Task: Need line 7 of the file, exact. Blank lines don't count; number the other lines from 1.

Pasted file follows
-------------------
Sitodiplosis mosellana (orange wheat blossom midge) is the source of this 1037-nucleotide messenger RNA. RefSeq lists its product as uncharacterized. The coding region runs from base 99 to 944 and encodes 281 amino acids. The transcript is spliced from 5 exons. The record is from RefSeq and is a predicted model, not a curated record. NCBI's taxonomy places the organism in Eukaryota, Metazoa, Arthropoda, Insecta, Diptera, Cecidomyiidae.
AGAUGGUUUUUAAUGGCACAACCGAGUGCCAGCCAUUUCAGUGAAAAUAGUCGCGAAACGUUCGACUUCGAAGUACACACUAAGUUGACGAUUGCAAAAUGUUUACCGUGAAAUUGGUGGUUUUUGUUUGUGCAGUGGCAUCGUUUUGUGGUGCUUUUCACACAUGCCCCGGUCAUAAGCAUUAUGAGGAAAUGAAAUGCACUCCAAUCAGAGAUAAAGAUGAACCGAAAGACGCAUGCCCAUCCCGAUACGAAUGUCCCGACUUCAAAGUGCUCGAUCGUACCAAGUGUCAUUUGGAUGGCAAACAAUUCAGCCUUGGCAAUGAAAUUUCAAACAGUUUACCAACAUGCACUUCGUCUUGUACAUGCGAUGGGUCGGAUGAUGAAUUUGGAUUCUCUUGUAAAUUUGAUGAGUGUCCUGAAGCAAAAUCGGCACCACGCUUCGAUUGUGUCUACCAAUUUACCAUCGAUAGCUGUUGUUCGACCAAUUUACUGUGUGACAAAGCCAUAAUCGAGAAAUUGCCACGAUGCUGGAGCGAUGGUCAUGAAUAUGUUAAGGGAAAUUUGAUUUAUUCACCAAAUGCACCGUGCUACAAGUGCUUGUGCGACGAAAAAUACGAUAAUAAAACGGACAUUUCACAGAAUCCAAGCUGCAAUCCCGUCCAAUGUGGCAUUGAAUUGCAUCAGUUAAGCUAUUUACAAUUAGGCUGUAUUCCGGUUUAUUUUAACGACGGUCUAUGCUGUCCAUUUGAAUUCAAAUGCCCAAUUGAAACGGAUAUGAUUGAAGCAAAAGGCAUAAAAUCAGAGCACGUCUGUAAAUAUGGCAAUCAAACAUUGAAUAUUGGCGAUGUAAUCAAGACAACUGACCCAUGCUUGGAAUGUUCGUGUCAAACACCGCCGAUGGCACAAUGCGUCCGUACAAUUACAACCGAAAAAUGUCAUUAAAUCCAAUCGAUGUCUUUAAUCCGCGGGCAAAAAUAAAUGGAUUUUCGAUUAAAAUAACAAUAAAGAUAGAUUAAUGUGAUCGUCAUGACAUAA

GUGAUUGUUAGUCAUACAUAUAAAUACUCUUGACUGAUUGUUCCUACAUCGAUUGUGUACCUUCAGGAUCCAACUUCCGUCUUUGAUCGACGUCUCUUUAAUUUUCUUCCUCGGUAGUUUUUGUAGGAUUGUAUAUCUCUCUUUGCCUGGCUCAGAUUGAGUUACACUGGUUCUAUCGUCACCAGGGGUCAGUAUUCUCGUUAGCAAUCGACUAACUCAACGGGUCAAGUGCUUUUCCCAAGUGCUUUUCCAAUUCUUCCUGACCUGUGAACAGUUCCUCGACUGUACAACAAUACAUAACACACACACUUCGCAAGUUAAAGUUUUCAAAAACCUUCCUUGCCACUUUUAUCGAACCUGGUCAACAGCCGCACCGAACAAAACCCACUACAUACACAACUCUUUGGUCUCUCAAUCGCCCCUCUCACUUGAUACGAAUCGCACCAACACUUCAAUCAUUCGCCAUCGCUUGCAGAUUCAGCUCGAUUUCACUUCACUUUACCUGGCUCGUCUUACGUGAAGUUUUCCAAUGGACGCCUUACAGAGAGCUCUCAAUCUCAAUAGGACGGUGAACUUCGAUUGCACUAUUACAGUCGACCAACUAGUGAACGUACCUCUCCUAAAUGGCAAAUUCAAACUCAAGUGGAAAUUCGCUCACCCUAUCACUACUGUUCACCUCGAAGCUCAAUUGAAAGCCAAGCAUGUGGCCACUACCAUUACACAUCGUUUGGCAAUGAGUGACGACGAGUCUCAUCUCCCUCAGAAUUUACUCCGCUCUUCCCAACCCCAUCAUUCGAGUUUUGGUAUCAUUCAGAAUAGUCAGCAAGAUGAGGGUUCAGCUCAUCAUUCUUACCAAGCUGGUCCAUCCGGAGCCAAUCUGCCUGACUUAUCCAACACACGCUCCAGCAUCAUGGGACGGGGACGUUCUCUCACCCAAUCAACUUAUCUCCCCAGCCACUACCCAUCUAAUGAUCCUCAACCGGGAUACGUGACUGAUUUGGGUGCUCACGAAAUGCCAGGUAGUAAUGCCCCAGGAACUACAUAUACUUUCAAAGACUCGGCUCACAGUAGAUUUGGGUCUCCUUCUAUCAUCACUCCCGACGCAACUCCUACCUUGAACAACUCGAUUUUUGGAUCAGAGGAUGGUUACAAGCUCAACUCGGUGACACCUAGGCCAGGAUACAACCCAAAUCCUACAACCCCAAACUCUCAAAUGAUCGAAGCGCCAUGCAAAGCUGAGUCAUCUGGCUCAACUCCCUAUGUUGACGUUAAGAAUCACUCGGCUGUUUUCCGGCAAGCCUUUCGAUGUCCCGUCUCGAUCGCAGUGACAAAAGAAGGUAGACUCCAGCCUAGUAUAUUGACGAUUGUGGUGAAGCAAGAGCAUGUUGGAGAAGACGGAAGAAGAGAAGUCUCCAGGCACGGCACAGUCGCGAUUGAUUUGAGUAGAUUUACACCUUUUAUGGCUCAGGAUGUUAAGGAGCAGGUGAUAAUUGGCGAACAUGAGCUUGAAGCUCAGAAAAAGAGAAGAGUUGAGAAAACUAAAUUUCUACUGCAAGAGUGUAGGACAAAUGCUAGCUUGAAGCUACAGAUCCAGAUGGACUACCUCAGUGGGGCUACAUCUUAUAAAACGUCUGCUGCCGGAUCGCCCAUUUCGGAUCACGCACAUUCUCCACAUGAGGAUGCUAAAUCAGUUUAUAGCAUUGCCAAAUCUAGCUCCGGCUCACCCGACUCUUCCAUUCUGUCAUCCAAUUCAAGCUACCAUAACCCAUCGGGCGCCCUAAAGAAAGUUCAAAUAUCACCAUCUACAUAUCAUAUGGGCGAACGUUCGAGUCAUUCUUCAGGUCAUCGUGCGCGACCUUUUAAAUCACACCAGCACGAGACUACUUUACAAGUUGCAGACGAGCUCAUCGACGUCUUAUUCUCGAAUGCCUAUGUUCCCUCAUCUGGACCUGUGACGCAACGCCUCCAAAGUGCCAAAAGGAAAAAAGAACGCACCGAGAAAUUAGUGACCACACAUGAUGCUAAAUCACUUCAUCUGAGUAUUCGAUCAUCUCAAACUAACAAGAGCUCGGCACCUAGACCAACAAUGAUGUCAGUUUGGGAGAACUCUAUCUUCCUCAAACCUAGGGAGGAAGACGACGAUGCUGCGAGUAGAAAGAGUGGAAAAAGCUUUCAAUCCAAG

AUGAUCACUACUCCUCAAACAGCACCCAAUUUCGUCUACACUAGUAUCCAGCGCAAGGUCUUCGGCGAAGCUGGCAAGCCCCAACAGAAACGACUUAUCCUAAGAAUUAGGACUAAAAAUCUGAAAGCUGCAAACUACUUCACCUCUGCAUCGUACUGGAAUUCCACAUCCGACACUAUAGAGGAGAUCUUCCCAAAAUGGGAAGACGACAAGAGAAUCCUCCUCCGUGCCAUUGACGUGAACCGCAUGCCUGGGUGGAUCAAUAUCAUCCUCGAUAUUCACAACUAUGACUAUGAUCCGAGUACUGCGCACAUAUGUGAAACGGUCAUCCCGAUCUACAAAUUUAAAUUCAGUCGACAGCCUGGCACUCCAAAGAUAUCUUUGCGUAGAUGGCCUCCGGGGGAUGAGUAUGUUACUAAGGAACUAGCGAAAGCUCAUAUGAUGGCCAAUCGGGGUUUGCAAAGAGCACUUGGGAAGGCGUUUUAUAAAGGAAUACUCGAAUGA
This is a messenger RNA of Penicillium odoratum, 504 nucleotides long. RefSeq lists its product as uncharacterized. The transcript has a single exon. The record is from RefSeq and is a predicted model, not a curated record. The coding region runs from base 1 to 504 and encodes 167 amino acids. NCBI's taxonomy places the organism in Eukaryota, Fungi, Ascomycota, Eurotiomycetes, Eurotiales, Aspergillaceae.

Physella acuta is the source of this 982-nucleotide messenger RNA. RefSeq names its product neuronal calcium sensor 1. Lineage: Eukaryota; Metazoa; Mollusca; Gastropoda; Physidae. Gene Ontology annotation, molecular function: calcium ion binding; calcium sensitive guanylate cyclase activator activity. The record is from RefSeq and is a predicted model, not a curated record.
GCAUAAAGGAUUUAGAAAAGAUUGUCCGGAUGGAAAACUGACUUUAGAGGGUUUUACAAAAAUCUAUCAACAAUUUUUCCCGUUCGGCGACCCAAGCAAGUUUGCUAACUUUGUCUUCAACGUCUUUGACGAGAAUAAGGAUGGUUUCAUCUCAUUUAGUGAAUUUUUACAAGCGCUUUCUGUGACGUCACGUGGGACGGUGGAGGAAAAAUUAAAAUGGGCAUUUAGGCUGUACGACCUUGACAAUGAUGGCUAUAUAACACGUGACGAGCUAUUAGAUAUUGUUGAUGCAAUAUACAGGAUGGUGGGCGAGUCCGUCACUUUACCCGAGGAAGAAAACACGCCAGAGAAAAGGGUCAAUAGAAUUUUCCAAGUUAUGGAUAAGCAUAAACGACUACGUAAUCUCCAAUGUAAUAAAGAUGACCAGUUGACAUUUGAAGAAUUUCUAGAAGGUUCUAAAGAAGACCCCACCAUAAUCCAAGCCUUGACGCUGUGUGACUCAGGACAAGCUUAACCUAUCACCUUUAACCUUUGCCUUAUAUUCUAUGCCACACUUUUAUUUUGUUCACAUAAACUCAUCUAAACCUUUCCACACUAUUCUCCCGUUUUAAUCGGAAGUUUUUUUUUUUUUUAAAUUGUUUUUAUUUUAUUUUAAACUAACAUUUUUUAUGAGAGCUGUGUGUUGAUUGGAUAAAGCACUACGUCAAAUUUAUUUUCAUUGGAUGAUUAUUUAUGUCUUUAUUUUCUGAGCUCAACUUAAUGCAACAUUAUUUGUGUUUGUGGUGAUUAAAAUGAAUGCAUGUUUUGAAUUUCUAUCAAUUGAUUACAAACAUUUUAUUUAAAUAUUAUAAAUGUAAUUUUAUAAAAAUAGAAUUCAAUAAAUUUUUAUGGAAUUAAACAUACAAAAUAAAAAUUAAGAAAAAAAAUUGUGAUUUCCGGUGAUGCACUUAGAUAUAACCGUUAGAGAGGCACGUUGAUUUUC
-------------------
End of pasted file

GCAUAAAGGAUUUAGAAAAGAUUGUCCGGAUGGAAAACUGACUUUAGAGGGUUUUACAAAAAUCUAUCAACAAUUUUUCCCGUUCGGCGACCCAAGCAAGUUUGCUAACUUUGUCUUCAACGUCUUUGACGAGAAUAAGGAUGGUUUCAUCUCAUUUAGUGAAUUUUUACAAGCGCUUUCUGUGACGUCACGUGGGACGGUGGAGGAAAAAUUAAAAUGGGCAUUUAGGCUGUACGACCUUGACAAUGAUGGCUAUAUAACACGUGACGAGCUAUUAGAUAUUGUUGAUGCAAUAUACAGGAUGGUGGGCGAGUCCGUCACUUUACCCGAGGAAGAAAACACGCCAGAGAAAAGGGUCAAUAGAAUUUUCCAAGUUAUGGAUAAGCAUAAACGACUACGUAAUCUCCAAUGUAAUAAAGAUGACCAGUUGACAUUUGAAGAAUUUCUAGAAGGUUCUAAAGAAGACCCCACCAUAAUCCAAGCCUUGACGCUGUGUGACUCAGGACAAGCUUAACCUAUCACCUUUAACCUUUGCCUUAUAUUCUAUGCCACACUUUUAUUUUGUUCACAUAAACUCAUCUAAACCUUUCCACACUAUUCUCCCGUUUUAAUCGGAAGUUUUUUUUUUUUUUAAAUUGUUUUUAUUUUAUUUUAAACUAACAUUUUUUAUGAGAGCUGUGUGUUGAUUGGAUAAAGCACUACGUCAAAUUUAUUUUCAUUGGAUGAUUAUUUAUGUCUUUAUUUUCUGAGCUCAACUUAAUGCAACAUUAUUUGUGUUUGUGGUGAUUAAAAUGAAUGCAUGUUUUGAAUUUCUAUCAAUUGAUUACAAACAUUUUAUUUAAAUAUUAUAAAUGUAAUUUUAUAAAAAUAGAAUUCAAUAAAUUUUUAUGGAAUUAAACAUACAAAAUAAAAAUUAAGAAAAAAAAUUGUGAUUUCCGGUGAUGCACUUAGAUAUAACCGUUAGAGAGGCACGUUGAUUUUC